The company is dropping college requirements for new hires

NEW YORK – Skyrocketing tuition and crippling student loan debt have millions of parents and students questioning whether college is even worth it anymore as companies reconsider hiring requirements.

Major companies such as Google, Tesla, and IBM have reduced their requirements for college degrees as college enrollment continues to decline.

According to a recent study from Harvard Business Review and Emsi Burning Glass, the leading labor market data company, the company that is required for many mid-skill and even high-skill roles. More than 51 million jobs posted between 2017 and 2020 were analyzed for the study.

The move by the company reverses the so-called “degree inflation” trend that picked up steam after the Great Recession in which many employers began adding degree requirements to job descriptions that previously weren’t required — even though the actual job didn’t change. .

Instead of requiring a four-year degree, many companies are instead focusing on skill-based hiring to widen the talent pool.

Nationwide, enrollment in higher education continues to decline, but the number of prospective students application surging in many academies.

“Seventy percent of high school graduates at their peak, around 2017, went straight to college. Now, we’re around 63%, and the decline is even sharper in many countries,” said Jon Marcus, senior editor at the Hechinger Report, a nonprofit publication that covers inequality and innovation in education.

From 2010 to 2020, annual enrollment in postsecondary institutions has declined more than 14% nationally, according to the National Center for Education Statistics. In real terms, that’s 4 million fewer students compared to 10 years ago.

Marcus said the biggest declines are in the Northeast and Midwest, where birth rates are flat — meaning more students are dropping out of high school. But the biggest reason why admission numbers are down is that tuition fees are going up.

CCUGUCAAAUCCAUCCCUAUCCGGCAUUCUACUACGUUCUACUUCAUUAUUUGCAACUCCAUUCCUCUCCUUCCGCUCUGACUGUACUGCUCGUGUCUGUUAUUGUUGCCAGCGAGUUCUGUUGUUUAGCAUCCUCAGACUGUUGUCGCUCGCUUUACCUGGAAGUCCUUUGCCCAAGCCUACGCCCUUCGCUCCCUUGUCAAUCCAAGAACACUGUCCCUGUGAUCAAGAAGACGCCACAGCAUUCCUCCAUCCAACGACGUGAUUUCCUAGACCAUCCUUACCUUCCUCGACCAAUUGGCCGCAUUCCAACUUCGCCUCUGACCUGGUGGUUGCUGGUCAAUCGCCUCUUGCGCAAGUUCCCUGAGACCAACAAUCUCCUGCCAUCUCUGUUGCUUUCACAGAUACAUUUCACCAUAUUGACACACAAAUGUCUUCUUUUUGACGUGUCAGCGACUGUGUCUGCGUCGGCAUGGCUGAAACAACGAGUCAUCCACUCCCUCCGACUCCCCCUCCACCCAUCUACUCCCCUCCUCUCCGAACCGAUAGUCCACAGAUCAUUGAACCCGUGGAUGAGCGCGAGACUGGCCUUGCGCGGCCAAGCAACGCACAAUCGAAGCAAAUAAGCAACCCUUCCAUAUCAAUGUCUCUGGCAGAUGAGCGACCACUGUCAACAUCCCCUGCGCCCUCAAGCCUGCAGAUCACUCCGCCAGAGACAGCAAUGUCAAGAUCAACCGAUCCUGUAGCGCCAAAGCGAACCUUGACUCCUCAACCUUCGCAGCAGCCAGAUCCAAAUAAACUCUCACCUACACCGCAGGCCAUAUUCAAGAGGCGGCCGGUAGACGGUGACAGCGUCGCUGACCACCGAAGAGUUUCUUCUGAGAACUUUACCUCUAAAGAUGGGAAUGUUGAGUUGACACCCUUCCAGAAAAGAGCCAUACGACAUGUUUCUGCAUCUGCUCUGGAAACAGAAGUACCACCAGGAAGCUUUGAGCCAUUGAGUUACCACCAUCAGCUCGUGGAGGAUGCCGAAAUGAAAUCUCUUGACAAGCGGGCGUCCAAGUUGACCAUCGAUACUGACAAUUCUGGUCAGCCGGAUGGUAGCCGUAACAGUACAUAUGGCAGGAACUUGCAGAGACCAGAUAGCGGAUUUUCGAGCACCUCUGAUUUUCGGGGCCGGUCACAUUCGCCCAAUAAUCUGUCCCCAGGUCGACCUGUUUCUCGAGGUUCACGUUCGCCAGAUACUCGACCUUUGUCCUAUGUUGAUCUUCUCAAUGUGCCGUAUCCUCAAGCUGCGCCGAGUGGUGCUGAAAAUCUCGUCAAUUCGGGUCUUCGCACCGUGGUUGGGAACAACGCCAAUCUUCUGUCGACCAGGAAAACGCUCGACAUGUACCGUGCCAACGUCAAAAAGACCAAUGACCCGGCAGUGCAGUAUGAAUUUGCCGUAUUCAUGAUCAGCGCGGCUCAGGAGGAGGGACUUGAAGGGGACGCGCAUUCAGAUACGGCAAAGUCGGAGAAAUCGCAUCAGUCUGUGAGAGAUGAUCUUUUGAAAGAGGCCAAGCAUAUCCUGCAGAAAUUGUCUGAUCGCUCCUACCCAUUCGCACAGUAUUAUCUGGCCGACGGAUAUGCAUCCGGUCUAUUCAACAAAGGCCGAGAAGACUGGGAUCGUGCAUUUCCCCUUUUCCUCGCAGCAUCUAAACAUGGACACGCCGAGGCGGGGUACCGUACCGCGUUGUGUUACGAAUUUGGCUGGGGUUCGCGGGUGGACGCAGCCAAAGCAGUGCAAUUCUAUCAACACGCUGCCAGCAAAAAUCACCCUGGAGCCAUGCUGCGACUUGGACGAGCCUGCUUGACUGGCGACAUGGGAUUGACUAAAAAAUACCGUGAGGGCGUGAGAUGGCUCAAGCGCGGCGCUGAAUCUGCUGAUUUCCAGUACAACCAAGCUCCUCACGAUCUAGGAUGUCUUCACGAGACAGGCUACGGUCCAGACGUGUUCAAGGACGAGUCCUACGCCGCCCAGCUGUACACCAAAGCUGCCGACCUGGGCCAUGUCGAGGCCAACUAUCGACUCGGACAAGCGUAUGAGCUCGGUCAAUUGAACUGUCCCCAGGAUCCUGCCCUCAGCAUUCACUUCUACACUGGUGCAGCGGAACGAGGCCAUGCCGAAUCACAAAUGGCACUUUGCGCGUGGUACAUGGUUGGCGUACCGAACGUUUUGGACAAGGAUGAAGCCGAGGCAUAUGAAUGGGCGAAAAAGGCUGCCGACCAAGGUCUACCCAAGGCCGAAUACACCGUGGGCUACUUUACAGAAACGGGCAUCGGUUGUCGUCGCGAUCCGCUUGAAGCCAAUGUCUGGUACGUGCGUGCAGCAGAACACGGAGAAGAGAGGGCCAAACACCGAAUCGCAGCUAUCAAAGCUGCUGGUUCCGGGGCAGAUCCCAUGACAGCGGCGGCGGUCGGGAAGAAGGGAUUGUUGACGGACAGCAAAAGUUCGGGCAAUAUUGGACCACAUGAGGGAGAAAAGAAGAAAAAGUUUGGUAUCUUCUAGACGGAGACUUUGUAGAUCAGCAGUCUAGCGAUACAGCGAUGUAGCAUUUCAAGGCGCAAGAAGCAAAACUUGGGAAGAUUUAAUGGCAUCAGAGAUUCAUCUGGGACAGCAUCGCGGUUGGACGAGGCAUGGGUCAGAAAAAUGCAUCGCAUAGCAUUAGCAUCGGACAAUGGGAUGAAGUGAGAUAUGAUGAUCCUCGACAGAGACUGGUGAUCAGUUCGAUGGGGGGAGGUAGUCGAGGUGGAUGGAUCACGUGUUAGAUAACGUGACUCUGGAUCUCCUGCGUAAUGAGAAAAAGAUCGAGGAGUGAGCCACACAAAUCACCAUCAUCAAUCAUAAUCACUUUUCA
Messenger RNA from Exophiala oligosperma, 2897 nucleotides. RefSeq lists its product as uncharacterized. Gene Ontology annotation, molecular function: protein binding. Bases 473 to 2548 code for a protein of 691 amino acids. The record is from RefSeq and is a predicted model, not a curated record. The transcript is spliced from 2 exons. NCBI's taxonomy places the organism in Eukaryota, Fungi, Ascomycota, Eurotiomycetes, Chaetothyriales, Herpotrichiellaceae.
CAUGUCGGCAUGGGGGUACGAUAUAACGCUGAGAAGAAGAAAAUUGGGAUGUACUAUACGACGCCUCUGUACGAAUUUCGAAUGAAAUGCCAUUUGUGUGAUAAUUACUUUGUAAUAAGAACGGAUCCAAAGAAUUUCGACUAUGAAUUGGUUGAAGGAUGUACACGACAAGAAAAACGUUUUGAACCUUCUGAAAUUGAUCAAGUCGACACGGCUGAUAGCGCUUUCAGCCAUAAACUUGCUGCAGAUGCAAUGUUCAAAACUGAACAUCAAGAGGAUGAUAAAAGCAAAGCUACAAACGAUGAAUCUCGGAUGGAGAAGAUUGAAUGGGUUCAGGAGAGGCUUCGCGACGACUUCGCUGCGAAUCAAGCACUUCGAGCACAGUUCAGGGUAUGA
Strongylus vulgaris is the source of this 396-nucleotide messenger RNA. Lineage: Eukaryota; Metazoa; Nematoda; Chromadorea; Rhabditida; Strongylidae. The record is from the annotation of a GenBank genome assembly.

“It’s no secret that for decades the cost of college has been rising and people have struggled to pay,” Marcus said. “They’re often borrowing to pay for it, which is causing the student loan crisis we’ve been hearing about so often.”

Now, more than 40 million Americans have it college debt.

Meghan McGrody is a first-year student at Boston University and an aspiring attorney who will go through four years of undergraduate and three years of law school, bringing her family into six figures.

“I applied for financial aid. BU is 100% need-based, so that helps too,” McGrody said.

Many universities are taking notice and launching programs to lure college kids. Princeton University announced it would cover the cost of college for those whose families make less than $100,000 annually.

regarding 83% of Princeton graduating seniors are now debt free, according to the university. It is also noted that 62% of its undergraduate students have received some form of financial aid.

So, what’s the return on investment for all those paying the high price? It depends on the student’s major.

We’re seeing a big drop in the number of people enrolling in majors with the lowest ROI, so humanities, history, English,” said Michael Hicks, a professor at Ball State University.

On average, college graduates make 67% more than non-college graduates. But, of course, some professions require a degree.

“It’s a big, wide world. I mean we need someone for everything – like someone has to have a bachelor’s degree to be a doctor,” said Anna Tillisch, a college sophomore.

So, if you don’t want to be a doctor or a lawyer, why do you need a degree?

“In a knowledge economy like ours, based on things like technology, you need some people to go to college. You don’t need everyone to go to college,” Marcus said.

As college tuition continues to rise, about 45% of incoming freshmen are expected to graduate in four years, but six years has become more common.

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